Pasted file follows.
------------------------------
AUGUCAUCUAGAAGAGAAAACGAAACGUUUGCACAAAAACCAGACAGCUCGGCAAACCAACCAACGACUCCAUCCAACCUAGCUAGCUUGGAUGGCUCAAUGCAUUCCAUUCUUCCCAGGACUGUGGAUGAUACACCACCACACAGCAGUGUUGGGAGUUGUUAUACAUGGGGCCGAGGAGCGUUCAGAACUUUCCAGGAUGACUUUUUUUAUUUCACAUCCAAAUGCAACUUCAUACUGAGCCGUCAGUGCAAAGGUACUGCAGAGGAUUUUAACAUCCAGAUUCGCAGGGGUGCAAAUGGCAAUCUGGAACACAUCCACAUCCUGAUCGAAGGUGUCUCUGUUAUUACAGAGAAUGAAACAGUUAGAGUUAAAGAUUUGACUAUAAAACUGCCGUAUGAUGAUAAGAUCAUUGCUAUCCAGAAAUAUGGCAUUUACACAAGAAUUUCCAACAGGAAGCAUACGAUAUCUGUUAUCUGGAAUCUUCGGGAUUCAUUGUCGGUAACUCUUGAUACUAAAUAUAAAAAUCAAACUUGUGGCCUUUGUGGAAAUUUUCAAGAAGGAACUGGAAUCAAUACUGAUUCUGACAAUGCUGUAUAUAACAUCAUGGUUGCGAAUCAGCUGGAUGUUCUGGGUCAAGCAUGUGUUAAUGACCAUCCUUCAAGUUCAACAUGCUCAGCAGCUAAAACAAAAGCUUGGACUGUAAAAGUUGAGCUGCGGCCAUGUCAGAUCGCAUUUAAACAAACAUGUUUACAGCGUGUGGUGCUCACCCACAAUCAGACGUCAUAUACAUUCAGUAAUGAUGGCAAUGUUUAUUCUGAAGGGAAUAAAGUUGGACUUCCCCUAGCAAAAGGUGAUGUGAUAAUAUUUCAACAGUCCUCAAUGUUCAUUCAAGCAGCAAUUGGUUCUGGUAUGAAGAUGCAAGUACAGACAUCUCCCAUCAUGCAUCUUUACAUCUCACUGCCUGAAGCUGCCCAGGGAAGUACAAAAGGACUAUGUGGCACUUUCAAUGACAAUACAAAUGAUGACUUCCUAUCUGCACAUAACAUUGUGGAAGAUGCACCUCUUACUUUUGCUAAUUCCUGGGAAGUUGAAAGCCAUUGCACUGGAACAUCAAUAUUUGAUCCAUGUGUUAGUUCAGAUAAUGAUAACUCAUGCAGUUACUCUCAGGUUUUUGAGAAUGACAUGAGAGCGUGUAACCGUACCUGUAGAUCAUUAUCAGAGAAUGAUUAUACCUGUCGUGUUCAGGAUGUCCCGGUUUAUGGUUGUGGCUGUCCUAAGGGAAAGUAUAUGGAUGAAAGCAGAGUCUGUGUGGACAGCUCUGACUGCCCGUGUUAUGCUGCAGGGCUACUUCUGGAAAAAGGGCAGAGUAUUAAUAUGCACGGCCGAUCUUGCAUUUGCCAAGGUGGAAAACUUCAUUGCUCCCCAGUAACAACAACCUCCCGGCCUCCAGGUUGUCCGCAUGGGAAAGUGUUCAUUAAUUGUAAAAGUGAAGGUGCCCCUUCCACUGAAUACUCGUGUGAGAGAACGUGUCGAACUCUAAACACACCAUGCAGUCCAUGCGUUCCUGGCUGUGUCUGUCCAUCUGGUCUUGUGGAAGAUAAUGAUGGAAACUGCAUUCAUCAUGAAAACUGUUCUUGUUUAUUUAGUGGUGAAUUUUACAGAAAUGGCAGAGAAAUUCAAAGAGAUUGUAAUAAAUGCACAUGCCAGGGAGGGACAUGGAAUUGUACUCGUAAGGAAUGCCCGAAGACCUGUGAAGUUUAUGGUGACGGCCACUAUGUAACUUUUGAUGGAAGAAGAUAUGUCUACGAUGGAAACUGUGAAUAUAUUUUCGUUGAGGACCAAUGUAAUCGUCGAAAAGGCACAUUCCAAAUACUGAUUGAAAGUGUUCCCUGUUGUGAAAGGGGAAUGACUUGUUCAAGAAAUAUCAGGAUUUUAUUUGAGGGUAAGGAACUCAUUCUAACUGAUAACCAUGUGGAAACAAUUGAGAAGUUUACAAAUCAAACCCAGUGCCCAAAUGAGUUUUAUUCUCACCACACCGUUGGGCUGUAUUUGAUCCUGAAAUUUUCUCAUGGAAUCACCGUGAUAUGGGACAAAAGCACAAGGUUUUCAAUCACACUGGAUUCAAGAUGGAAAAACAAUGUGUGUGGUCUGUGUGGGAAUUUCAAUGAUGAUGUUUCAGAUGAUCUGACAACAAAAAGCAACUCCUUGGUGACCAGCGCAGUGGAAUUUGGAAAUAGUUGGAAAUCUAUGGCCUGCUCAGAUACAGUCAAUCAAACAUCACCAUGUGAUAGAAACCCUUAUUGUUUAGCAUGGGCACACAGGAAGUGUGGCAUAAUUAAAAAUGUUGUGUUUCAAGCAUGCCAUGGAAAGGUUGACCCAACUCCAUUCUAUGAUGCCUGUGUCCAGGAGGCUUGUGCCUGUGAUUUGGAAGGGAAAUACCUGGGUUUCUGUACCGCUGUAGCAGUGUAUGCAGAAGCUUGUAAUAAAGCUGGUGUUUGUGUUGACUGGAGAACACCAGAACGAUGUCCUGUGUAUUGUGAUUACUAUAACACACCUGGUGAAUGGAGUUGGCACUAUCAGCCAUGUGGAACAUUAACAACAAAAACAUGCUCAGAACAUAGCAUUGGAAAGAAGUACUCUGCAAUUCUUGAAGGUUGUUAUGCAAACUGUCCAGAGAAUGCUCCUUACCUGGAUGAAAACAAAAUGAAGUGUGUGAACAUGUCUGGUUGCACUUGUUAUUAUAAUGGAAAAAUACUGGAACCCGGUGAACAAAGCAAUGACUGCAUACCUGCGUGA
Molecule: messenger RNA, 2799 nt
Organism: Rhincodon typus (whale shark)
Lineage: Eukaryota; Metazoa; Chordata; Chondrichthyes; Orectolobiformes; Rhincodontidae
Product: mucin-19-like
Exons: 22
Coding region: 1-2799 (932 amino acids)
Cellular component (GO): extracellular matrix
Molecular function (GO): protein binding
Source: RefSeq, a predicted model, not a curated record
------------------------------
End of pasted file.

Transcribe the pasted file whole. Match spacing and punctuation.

AUGUCAUCUAGAAGAGAAAACGAAACGUUUGCACAAAAACCAGACAGCUCGGCAAACCAACCAACGACUCCAUCCAACCUAGCUAGCUUGGAUGGCUCAAUGCAUUCCAUUCUUCCCAGGACUGUGGAUGAUACACCACCACACAGCAGUGUUGGGAGUUGUUAUACAUGGGGCCGAGGAGCGUUCAGAACUUUCCAGGAUGACUUUUUUUAUUUCACAUCCAAAUGCAACUUCAUACUGAGCCGUCAGUGCAAAGGUACUGCAGAGGAUUUUAACAUCCAGAUUCGCAGGGGUGCAAAUGGCAAUCUGGAACACAUCCACAUCCUGAUCGAAGGUGUCUCUGUUAUUACAGAGAAUGAAACAGUUAGAGUUAAAGAUUUGACUAUAAAACUGCCGUAUGAUGAUAAGAUCAUUGCUAUCCAGAAAUAUGGCAUUUACACAAGAAUUUCCAACAGGAAGCAUACGAUAUCUGUUAUCUGGAAUCUUCGGGAUUCAUUGUCGGUAACUCUUGAUACUAAAUAUAAAAAUCAAACUUGUGGCCUUUGUGGAAAUUUUCAAGAAGGAACUGGAAUCAAUACUGAUUCUGACAAUGCUGUAUAUAACAUCAUGGUUGCGAAUCAGCUGGAUGUUCUGGGUCAAGCAUGUGUUAAUGACCAUCCUUCAAGUUCAACAUGCUCAGCAGCUAAAACAAAAGCUUGGACUGUAAAAGUUGAGCUGCGGCCAUGUCAGAUCGCAUUUAAACAAACAUGUUUACAGCGUGUGGUGCUCACCCACAAUCAGACGUCAUAUACAUUCAGUAAUGAUGGCAAUGUUUAUUCUGAAGGGAAUAAAGUUGGACUUCCCCUAGCAAAAGGUGAUGUGAUAAUAUUUCAACAGUCCUCAAUGUUCAUUCAAGCAGCAAUUGGUUCUGGUAUGAAGAUGCAAGUACAGACAUCUCCCAUCAUGCAUCUUUACAUCUCACUGCCUGAAGCUGCCCAGGGAAGUACAAAAGGACUAUGUGGCACUUUCAAUGACAAUACAAAUGAUGACUUCCUAUCUGCACAUAACAUUGUGGAAGAUGCACCUCUUACUUUUGCUAAUUCCUGGGAAGUUGAAAGCCAUUGCACUGGAACAUCAAUAUUUGAUCCAUGUGUUAGUUCAGAUAAUGAUAACUCAUGCAGUUACUCUCAGGUUUUUGAGAAUGACAUGAGAGCGUGUAACCGUACCUGUAGAUCAUUAUCAGAGAAUGAUUAUACCUGUCGUGUUCAGGAUGUCCCGGUUUAUGGUUGUGGCUGUCCUAAGGGAAAGUAUAUGGAUGAAAGCAGAGUCUGUGUGGACAGCUCUGACUGCCCGUGUUAUGCUGCAGGGCUACUUCUGGAAAAAGGGCAGAGUAUUAAUAUGCACGGCCGAUCUUGCAUUUGCCAAGGUGGAAAACUUCAUUGCUCCCCAGUAACAACAACCUCCCGGCCUCCAGGUUGUCCGCAUGGGAAAGUGUUCAUUAAUUGUAAAAGUGAAGGUGCCCCUUCCACUGAAUACUCGUGUGAGAGAACGUGUCGAACUCUAAACACACCAUGCAGUCCAUGCGUUCCUGGCUGUGUCUGUCCAUCUGGUCUUGUGGAAGAUAAUGAUGGAAACUGCAUUCAUCAUGAAAACUGUUCUUGUUUAUUUAGUGGUGAAUUUUACAGAAAUGGCAGAGAAAUUCAAAGAGAUUGUAAUAAAUGCACAUGCCAGGGAGGGACAUGGAAUUGUACUCGUAAGGAAUGCCCGAAGACCUGUGAAGUUUAUGGUGACGGCCACUAUGUAACUUUUGAUGGAAGAAGAUAUGUCUACGAUGGAAACUGUGAAUAUAUUUUCGUUGAGGACCAAUGUAAUCGUCGAAAAGGCACAUUCCAAAUACUGAUUGAAAGUGUUCCCUGUUGUGAAAGGGGAAUGACUUGUUCAAGAAAUAUCAGGAUUUUAUUUGAGGGUAAGGAACUCAUUCUAACUGAUAACCAUGUGGAAACAAUUGAGAAGUUUACAAAUCAAACCCAGUGCCCAAAUGAGUUUUAUUCUCACCACACCGUUGGGCUGUAUUUGAUCCUGAAAUUUUCUCAUGGAAUCACCGUGAUAUGGGACAAAAGCACAAGGUUUUCAAUCACACUGGAUUCAAGAUGGAAAAACAAUGUGUGUGGUCUGUGUGGGAAUUUCAAUGAUGAUGUUUCAGAUGAUCUGACAACAAAAAGCAACUCCUUGGUGACCAGCGCAGUGGAAUUUGGAAAUAGUUGGAAAUCUAUGGCCUGCUCAGAUACAGUCAAUCAAACAUCACCAUGUGAUAGAAACCCUUAUUGUUUAGCAUGGGCACACAGGAAGUGUGGCAUAAUUAAAAAUGUUGUGUUUCAAGCAUGCCAUGGAAAGGUUGACCCAACUCCAUUCUAUGAUGCCUGUGUCCAGGAGGCUUGUGCCUGUGAUUUGGAAGGGAAAUACCUGGGUUUCUGUACCGCUGUAGCAGUGUAUGCAGAAGCUUGUAAUAAAGCUGGUGUUUGUGUUGACUGGAGAACACCAGAACGAUGUCCUGUGUAUUGUGAUUACUAUAACACACCUGGUGAAUGGAGUUGGCACUAUCAGCCAUGUGGAACAUUAACAACAAAAACAUGCUCAGAACAUAGCAUUGGAAAGAAGUACUCUGCAAUUCUUGAAGGUUGUUAUGCAAACUGUCCAGAGAAUGCUCCUUACCUGGAUGAAAACAAAAUGAAGUGUGUGAACAUGUCUGGUUGCACUUGUUAUUAUAAUGGAAAAAUACUGGAACCCGGUGAACAAAGCAAUGACUGCAUACCUGCGUGA
Molecule: messenger RNA, 2799 nt
Organism: Rhincodon typus (whale shark)
Lineage: Eukaryota; Metazoa; Chordata; Chondrichthyes; Orectolobiformes; Rhincodontidae
Product: mucin-19-like
Exons: 22
Coding region: 1-2799 (932 amino acids)
Cellular component (GO): extracellular matrix
Molecular function (GO): protein binding
Source: RefSeq, a predicted model, not a curated record